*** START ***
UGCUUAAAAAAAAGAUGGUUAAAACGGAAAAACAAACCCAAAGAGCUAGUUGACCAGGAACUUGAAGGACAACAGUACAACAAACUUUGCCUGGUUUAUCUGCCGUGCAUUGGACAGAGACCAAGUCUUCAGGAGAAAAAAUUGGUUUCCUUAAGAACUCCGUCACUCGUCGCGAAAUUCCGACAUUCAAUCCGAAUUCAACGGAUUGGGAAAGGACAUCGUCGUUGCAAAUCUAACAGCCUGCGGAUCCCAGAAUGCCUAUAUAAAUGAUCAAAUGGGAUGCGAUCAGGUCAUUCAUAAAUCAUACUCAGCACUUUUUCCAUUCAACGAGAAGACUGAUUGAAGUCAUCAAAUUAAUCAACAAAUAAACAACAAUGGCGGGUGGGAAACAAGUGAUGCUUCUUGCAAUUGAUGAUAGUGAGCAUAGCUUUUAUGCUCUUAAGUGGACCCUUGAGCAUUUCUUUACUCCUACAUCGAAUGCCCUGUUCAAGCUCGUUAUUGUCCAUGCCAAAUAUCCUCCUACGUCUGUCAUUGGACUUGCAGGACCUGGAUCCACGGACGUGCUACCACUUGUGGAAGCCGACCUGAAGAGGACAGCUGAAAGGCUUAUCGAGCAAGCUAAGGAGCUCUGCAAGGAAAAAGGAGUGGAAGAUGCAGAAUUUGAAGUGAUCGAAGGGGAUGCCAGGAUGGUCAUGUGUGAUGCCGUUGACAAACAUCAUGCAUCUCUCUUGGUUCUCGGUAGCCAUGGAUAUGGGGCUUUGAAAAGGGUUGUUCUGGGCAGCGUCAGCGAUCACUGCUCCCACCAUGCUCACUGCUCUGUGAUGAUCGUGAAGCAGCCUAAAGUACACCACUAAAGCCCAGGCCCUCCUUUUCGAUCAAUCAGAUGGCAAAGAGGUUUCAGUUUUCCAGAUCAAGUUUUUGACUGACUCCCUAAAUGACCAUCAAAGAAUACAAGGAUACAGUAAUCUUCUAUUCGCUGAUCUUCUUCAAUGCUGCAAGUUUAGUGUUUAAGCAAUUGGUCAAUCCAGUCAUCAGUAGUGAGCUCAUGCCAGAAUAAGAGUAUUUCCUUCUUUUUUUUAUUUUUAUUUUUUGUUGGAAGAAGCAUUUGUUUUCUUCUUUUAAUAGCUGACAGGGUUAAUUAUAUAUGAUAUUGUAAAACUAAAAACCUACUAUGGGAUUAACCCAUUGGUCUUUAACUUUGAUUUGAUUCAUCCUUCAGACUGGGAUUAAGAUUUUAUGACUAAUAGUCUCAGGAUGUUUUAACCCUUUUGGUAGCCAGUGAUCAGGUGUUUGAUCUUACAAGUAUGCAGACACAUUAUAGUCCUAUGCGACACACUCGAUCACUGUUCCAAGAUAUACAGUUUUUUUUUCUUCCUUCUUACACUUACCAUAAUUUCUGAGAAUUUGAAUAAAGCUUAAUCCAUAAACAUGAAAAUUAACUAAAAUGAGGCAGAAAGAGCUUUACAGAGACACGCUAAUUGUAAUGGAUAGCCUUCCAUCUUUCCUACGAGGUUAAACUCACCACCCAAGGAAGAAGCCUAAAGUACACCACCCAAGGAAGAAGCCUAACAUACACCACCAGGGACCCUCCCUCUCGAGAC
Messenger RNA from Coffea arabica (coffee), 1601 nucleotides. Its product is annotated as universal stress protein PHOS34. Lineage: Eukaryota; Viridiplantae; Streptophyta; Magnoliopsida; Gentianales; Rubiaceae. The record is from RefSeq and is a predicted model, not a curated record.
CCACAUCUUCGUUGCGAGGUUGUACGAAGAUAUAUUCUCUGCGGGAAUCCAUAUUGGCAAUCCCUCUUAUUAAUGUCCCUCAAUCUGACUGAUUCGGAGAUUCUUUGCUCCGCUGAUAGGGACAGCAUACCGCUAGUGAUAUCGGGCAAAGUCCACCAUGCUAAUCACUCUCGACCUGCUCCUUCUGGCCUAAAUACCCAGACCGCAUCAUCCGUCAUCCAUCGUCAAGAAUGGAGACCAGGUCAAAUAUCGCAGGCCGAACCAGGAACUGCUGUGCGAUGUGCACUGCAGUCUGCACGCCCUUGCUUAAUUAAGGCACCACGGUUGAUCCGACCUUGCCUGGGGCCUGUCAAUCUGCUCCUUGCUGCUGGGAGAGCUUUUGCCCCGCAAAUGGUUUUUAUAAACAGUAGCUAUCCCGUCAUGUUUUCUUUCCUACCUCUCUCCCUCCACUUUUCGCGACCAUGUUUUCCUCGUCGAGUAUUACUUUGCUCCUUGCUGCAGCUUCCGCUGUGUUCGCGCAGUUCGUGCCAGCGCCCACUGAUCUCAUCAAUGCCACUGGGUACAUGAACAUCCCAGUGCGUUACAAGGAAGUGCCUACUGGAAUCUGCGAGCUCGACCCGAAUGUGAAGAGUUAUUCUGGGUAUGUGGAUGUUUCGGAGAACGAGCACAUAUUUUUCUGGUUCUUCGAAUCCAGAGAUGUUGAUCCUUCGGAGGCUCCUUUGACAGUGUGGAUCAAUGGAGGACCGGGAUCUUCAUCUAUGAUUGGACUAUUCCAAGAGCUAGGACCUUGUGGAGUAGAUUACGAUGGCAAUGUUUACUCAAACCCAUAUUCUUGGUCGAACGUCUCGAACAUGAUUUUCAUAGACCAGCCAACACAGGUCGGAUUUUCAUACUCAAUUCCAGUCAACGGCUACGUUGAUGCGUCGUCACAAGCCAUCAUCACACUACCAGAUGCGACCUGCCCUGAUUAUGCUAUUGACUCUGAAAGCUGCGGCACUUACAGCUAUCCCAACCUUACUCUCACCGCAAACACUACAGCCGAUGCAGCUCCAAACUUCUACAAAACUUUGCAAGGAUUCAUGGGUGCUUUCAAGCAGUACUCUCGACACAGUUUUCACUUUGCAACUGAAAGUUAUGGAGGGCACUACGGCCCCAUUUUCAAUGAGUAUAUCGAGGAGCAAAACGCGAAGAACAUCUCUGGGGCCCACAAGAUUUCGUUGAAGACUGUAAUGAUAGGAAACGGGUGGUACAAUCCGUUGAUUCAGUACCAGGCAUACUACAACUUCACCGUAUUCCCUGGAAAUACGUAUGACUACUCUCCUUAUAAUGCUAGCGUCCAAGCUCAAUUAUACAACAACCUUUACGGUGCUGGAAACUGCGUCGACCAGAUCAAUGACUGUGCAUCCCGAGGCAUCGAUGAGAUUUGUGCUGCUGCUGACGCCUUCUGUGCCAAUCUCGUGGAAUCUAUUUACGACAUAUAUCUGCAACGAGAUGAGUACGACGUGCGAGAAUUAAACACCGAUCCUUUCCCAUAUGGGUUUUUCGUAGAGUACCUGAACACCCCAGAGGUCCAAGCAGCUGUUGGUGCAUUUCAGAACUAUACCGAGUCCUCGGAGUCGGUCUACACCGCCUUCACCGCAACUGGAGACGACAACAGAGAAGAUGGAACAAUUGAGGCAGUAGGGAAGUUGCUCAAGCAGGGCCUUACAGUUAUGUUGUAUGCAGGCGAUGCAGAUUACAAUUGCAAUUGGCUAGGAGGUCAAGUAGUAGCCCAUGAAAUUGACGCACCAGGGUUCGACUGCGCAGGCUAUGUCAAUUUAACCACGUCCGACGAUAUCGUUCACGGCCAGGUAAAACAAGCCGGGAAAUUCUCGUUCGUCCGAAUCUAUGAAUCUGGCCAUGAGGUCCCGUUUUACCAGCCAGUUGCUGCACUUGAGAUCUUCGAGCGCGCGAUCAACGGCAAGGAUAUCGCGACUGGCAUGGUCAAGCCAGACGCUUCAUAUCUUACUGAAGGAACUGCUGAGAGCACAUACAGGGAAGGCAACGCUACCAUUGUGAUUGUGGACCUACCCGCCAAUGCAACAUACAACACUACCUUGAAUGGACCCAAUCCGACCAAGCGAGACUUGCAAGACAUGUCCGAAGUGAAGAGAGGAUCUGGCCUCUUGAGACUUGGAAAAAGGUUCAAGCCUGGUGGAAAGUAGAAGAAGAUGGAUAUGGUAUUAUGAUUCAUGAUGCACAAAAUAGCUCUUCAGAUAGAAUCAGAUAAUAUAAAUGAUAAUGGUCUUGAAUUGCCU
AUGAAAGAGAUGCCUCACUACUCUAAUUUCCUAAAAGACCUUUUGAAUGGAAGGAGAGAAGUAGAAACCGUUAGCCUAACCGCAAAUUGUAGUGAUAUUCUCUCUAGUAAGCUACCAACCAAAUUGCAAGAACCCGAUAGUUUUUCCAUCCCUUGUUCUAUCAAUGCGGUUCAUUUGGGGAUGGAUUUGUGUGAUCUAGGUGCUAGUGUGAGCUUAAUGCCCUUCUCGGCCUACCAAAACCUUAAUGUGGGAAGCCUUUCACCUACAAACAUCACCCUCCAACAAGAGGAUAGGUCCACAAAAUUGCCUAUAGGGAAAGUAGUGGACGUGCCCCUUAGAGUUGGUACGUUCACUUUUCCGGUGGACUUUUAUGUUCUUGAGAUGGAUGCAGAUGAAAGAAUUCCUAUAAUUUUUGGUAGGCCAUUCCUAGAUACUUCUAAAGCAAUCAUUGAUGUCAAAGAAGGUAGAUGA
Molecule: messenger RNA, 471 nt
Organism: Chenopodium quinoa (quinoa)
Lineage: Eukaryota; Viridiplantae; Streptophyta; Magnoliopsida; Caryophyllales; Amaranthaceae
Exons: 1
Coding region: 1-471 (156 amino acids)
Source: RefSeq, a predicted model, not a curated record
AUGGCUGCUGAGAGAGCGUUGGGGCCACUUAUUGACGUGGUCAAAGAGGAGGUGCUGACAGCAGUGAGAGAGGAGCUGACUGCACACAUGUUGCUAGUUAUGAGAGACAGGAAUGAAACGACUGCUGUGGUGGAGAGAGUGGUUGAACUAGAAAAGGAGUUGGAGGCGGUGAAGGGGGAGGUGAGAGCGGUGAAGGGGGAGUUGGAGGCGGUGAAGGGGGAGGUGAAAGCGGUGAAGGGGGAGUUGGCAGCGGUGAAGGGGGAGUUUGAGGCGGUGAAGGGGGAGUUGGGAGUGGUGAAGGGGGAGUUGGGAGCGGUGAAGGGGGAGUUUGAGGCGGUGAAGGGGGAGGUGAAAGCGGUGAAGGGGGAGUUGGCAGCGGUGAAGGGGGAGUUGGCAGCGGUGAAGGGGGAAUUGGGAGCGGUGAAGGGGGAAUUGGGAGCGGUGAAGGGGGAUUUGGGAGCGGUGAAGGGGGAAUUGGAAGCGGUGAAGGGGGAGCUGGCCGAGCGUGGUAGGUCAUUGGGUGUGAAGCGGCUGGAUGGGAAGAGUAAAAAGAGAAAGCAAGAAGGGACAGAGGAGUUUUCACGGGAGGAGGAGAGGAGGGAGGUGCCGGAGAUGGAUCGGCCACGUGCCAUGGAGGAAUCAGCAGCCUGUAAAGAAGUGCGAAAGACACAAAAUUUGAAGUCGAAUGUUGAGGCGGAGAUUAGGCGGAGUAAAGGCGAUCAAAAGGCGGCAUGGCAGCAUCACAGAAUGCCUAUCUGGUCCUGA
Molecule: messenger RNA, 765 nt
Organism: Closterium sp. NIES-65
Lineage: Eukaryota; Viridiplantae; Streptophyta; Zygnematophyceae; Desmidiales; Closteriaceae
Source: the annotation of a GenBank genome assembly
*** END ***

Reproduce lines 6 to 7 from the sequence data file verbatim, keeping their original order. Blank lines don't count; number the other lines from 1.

Organism: Chenopodium quinoa (quinoa)
Lineage: Eukaryota; Viridiplantae; Streptophyta; Magnoliopsida; Caryophyllales; Amaranthaceae